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HSAS Response to the Digitization of the SAT

Jessi Zheng, Grade 10, Staff Writer


This coming spring, major changes are coming to the CollegeBoard’s Scholastic Assessment Test, the SAT. The test is turning digital. 

According to the FAQ section of the CollegeBoard website, the switch from paper to digital aims to allow “more flexibility in terms of when, where, and how often the SAT is given.” All SAT exams will be conducted through BlueBook, CollegeBoard’s newest addition to their website. 

Prior to the day of the Preliminary Scholastic Aptitude Test, the PSAT, HSAS students were instructed to download and log in to the application during one of their class periods in order to ensure that all the computers were ready for the day of the test.

The digitization has sparked controversy amongst the juniors of the High School of American Studies, as they are unsure of what to expect come spring. Since they will be the first group to take the new version of the test, they will have no prior knowledge to fall back on. However, the PSAT that the junior student body took in October was digital as well, giving them a teaser of what the SAT will be like. 

When asked about her feelings regarding the change, Julia Fried ‘25 expressed her preference for the old, paper version, pointing to the Desmos calculator and the format of the test as the culprit of her distaste. 

She described the digital version as “an inaccurate test of one’s knowledge,” as students are able to use the Desmos calculator for graphing questions instead of applying their own knowledge. 

The new version of the test has two versions, straying away from the traditional standardized model. Instead of every student receiving the same questions, the first half of the test determines the version that they receive for the second half. If they perform well on the first section, they will get a harder version for the second section. 

However, if they perform weaker on the first section, they will receive an easier version of the second section. This approach raised many eyebrows, as the scoring method for the test is brought into question.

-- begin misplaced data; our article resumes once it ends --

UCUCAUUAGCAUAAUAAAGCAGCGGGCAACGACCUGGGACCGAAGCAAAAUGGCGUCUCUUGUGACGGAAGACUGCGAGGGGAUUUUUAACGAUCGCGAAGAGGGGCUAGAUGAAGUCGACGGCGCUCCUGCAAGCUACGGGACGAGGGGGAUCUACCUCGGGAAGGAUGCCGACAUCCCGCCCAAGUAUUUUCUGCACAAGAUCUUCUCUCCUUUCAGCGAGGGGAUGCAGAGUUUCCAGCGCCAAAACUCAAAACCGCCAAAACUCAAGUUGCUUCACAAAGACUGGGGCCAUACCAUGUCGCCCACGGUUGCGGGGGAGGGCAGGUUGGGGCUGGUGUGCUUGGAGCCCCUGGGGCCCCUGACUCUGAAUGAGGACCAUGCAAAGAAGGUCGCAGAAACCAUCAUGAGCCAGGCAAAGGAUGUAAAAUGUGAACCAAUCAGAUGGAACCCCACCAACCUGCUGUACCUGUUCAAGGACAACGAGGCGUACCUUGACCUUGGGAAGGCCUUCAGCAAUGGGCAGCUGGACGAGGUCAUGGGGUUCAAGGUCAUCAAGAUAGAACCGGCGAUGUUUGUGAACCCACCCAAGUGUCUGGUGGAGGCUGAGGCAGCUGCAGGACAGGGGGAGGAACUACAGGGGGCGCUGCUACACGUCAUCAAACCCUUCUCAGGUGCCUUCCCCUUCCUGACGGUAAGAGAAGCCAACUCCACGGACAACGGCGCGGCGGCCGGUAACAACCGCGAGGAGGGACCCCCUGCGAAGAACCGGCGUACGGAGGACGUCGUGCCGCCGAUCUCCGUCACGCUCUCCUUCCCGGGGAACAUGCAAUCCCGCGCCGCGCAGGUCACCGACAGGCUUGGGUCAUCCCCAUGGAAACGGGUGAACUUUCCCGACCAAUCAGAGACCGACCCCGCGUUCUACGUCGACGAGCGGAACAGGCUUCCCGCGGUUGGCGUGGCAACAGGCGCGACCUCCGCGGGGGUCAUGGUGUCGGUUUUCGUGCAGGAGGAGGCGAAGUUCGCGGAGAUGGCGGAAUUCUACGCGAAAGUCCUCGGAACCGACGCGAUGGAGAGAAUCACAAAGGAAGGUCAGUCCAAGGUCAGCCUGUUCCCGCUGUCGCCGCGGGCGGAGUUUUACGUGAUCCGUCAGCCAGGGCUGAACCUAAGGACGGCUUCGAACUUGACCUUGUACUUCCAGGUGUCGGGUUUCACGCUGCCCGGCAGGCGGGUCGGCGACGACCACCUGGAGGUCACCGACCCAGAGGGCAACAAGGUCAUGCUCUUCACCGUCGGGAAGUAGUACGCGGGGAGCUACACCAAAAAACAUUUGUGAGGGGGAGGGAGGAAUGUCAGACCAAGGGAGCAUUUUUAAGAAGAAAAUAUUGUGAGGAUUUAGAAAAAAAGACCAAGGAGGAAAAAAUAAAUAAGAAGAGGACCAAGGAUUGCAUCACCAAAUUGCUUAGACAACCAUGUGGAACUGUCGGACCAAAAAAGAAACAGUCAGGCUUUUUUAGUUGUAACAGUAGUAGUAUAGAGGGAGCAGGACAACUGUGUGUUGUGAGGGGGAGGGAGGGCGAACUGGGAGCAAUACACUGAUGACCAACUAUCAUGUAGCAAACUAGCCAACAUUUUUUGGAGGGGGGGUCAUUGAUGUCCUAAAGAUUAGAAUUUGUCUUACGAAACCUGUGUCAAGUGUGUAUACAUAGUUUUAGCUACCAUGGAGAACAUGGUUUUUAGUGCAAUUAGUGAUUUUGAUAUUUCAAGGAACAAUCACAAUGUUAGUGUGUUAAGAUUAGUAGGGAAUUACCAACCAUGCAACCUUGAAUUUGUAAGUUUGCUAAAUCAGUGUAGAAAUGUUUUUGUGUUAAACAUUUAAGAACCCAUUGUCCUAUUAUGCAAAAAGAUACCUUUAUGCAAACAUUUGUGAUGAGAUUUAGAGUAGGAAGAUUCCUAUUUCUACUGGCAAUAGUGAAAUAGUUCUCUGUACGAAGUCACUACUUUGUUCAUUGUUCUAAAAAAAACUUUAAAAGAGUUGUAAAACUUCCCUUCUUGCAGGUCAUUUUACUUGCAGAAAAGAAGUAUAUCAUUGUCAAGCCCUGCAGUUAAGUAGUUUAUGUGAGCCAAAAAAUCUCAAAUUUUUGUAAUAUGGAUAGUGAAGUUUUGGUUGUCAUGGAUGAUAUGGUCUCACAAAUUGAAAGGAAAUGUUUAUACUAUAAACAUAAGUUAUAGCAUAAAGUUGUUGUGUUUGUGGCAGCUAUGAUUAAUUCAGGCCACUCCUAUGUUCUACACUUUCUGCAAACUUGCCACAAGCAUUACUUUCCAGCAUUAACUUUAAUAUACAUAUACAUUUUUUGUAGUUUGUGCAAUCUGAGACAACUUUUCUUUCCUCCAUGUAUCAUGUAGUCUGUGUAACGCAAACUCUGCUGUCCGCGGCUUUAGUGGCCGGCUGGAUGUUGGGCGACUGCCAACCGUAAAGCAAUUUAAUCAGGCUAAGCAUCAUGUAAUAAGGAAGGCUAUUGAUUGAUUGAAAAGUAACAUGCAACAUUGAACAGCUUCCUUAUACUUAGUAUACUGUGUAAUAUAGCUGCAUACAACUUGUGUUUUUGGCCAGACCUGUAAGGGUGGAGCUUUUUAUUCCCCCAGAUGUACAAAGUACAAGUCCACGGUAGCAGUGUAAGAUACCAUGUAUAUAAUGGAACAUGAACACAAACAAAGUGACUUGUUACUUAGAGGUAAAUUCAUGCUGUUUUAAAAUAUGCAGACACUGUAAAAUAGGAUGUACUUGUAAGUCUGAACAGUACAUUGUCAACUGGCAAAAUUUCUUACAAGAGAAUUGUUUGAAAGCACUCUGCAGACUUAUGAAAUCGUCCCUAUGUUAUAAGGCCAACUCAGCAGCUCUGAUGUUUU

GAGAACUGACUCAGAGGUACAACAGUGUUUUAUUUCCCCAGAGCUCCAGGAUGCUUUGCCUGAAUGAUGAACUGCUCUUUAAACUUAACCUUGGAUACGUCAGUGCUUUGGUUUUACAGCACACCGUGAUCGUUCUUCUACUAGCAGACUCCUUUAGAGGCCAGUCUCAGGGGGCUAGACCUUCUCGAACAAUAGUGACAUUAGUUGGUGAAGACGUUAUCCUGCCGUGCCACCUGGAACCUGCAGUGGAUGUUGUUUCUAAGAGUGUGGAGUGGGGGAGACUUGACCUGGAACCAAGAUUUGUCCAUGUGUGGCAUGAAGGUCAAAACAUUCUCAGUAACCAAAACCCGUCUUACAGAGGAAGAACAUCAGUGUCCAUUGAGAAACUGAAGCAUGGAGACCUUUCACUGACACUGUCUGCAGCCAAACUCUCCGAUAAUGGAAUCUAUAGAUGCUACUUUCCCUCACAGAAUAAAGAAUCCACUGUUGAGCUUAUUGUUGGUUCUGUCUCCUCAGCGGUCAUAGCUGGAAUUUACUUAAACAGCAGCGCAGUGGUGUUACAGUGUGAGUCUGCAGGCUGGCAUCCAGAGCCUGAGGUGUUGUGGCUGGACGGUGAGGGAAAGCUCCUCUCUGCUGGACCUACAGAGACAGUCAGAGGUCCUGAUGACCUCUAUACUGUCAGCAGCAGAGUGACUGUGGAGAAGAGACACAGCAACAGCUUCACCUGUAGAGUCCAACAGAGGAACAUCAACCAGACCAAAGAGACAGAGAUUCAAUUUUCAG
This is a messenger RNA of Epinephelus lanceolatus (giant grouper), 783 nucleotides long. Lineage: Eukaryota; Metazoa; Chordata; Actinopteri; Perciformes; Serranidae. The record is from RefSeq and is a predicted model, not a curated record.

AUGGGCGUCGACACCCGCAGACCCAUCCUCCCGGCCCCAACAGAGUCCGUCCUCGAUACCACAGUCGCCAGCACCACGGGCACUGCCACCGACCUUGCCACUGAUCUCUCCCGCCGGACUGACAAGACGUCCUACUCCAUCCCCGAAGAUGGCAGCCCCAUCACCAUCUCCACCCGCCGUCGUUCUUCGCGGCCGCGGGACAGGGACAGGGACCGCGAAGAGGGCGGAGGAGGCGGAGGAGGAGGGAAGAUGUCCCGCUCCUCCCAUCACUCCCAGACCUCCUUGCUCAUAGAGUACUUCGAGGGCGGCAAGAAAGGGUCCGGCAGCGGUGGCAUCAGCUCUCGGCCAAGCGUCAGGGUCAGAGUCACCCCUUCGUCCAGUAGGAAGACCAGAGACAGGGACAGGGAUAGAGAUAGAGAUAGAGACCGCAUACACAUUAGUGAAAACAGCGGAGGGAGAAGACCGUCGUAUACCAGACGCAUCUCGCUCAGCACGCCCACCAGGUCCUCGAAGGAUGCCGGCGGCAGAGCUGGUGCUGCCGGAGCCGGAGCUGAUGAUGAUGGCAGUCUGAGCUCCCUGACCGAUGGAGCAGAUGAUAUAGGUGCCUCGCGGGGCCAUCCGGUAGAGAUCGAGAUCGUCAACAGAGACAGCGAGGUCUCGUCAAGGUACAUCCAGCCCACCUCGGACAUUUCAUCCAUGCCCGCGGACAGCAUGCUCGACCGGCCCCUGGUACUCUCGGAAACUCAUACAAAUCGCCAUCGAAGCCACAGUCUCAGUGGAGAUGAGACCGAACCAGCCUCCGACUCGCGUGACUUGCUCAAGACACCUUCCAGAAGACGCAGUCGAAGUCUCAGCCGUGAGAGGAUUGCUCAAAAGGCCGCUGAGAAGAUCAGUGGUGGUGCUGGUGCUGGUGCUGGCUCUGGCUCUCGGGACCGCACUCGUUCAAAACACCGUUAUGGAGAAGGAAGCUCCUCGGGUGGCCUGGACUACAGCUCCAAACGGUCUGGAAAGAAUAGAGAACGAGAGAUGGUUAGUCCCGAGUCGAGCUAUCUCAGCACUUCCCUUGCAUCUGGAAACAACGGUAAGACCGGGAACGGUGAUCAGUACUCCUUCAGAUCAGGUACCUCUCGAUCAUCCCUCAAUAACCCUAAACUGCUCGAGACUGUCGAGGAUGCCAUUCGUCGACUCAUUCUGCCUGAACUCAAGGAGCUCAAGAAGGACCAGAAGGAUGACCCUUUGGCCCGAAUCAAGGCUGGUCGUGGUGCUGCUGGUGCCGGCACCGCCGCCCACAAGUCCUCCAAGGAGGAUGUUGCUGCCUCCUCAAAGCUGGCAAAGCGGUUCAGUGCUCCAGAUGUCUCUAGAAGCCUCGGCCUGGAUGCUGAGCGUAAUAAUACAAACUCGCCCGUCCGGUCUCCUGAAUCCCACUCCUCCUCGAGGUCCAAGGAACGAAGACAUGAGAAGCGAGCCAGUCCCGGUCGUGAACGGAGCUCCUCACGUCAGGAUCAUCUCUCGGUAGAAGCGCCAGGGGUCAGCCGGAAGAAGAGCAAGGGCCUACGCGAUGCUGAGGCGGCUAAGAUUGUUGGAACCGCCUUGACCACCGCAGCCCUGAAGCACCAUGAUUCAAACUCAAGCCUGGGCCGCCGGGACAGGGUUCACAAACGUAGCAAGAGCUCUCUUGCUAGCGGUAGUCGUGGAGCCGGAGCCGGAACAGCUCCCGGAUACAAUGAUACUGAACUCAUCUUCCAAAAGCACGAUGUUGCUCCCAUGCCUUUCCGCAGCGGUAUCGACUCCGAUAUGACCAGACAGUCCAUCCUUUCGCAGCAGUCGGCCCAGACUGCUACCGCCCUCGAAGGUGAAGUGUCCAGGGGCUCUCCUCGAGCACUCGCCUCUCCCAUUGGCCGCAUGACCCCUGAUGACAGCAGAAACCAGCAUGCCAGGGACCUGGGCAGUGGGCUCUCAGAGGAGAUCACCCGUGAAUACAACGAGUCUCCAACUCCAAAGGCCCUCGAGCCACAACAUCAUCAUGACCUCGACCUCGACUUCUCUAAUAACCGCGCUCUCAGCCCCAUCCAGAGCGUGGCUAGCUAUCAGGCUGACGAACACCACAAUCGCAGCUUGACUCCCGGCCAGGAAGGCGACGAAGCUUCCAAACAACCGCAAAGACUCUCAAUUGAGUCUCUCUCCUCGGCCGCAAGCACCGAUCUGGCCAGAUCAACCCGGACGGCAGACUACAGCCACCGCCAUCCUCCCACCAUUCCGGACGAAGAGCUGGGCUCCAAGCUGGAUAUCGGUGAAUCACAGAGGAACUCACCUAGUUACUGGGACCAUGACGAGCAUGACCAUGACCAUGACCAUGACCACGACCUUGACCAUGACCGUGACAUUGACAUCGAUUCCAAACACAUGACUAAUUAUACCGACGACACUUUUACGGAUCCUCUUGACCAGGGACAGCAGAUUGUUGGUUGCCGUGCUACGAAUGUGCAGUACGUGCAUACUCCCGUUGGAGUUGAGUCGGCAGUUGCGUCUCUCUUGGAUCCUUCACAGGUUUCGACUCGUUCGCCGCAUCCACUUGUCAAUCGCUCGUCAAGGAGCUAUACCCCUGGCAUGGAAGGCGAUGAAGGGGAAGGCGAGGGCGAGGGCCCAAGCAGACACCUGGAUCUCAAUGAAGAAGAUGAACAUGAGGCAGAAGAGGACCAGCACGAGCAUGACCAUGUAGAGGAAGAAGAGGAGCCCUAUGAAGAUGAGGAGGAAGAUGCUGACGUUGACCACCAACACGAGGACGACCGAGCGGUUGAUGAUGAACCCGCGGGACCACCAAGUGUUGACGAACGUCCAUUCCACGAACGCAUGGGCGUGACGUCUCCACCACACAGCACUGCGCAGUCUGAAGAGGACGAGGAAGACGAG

Some juniors approve of the change. Michelle Osorio ‘25 expressed that while she had worried about the digitization of the SAT before, “taking the PSAT alleviated that stress.” 

Joyce Lee ‘25 noted the inclusion of the Desmos calculator in the test as a godsend, as it removes the need for students to bring their own calculator, “giving me [them] one less thing to worry about on the day of the SAT.” 

In the past, test takers were unable to keep track of how much time they had left in each section, as the times were only put up periodically by the proctor and even then, there was no way to see how much time you had left in the section. With the inclusion of a timer in the digital version, students are given control of keeping track of the time, allowing them to manage their time more efficiently. 

On the day of the PSAT, classrooms experienced delays due to computers either not being fully charged or the Bluebook application failing to operate correctly. During the test, some students recalled their computers running out of battery and having to change seats in order to charge their computer, wasting their testing time in the process. While the date of the SAT is still months away, the technical problems that students experienced during the PSAT have been pointed to as a cause of concern. 

While the fate of the digital SAT for the class of 2025 remains unclear, the juniors of HSAS are doing their best to prepare themselves for whatever might come their way in the spring of 2024. 


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